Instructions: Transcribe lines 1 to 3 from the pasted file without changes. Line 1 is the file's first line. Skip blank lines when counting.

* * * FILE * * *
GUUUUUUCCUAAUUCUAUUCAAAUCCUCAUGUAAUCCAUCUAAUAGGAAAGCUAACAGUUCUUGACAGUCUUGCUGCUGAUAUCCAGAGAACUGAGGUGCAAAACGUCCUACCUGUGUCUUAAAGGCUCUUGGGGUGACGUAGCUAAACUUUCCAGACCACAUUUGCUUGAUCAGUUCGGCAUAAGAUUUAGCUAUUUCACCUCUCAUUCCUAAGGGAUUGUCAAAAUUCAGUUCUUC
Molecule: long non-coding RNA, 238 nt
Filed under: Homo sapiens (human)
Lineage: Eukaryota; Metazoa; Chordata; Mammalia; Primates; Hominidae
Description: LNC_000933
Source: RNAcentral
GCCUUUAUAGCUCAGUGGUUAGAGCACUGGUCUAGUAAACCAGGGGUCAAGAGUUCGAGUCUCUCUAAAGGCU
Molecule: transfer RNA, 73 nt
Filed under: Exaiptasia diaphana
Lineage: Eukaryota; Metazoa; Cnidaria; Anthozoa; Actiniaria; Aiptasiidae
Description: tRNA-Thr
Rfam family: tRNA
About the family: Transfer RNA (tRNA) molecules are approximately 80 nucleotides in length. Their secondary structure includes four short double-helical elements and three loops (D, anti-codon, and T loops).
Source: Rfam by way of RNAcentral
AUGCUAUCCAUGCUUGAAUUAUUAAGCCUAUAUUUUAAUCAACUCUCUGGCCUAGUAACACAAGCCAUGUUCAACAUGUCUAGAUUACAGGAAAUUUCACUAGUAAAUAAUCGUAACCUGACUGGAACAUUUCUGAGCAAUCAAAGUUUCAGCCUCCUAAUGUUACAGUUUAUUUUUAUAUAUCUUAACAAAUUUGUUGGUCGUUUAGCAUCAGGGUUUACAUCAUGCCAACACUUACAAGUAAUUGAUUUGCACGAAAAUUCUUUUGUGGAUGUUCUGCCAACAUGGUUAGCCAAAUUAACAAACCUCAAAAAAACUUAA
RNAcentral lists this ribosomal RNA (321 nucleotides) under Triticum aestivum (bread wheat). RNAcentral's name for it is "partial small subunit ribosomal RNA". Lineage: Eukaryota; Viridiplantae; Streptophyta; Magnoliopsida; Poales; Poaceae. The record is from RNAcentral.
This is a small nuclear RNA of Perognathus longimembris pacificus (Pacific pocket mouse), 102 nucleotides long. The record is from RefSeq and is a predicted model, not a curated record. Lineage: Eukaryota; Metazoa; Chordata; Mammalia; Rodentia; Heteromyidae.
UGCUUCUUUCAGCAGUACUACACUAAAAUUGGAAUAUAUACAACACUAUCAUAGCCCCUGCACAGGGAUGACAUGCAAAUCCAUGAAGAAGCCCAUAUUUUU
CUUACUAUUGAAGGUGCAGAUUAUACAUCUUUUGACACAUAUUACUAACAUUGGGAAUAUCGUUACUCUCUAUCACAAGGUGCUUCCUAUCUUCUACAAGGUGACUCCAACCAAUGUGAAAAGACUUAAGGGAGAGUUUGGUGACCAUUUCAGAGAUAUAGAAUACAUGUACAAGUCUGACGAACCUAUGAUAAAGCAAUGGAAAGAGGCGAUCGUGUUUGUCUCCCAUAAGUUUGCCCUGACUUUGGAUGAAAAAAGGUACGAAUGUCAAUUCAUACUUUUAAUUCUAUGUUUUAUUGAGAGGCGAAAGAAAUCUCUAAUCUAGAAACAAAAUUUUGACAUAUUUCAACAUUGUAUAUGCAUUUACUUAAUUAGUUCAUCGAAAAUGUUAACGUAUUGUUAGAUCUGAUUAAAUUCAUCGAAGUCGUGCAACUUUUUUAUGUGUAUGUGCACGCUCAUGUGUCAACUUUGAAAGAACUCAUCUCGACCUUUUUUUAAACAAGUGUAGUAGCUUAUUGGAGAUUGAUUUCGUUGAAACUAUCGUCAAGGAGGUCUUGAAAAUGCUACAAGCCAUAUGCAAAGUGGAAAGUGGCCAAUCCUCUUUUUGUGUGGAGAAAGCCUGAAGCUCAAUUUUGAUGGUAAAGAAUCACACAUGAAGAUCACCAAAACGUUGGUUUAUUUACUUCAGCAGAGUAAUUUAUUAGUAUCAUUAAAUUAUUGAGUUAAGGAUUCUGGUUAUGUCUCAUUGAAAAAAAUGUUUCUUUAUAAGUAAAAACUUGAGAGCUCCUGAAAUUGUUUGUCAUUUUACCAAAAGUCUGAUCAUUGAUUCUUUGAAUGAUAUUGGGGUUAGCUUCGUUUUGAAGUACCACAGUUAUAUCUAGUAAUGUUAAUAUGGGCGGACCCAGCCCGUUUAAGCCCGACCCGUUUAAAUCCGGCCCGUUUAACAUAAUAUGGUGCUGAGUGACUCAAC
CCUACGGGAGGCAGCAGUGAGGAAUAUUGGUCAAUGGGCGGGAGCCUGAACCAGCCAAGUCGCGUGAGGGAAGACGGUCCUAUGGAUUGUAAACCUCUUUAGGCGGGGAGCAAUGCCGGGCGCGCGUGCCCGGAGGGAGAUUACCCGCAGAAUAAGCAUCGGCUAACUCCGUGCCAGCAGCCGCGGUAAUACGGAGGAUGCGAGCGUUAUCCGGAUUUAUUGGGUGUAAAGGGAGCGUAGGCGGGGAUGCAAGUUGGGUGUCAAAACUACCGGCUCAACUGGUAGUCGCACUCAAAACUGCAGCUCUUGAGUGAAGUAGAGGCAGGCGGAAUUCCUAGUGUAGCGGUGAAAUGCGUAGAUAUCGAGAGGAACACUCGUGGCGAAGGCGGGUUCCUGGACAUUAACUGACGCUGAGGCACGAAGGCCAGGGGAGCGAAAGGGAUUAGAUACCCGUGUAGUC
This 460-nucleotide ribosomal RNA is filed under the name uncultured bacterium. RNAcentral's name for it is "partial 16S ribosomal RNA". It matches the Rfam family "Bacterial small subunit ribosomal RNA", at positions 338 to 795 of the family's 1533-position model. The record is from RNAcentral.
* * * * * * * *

GUUUUUUCCUAAUUCUAUUCAAAUCCUCAUGUAAUCCAUCUAAUAGGAAAGCUAACAGUUCUUGACAGUCUUGCUGCUGAUAUCCAGAGAACUGAGGUGCAAAACGUCCUACCUGUGUCUUAAAGGCUCUUGGGGUGACGUAGCUAAACUUUCCAGACCACAUUUGCUUGAUCAGUUCGGCAUAAGAUUUAGCUAUUUCACCUCUCAUUCCUAAGGGAUUGUCAAAAUUCAGUUCUUC
Molecule: long non-coding RNA, 238 nt
Filed under: Homo sapiens (human)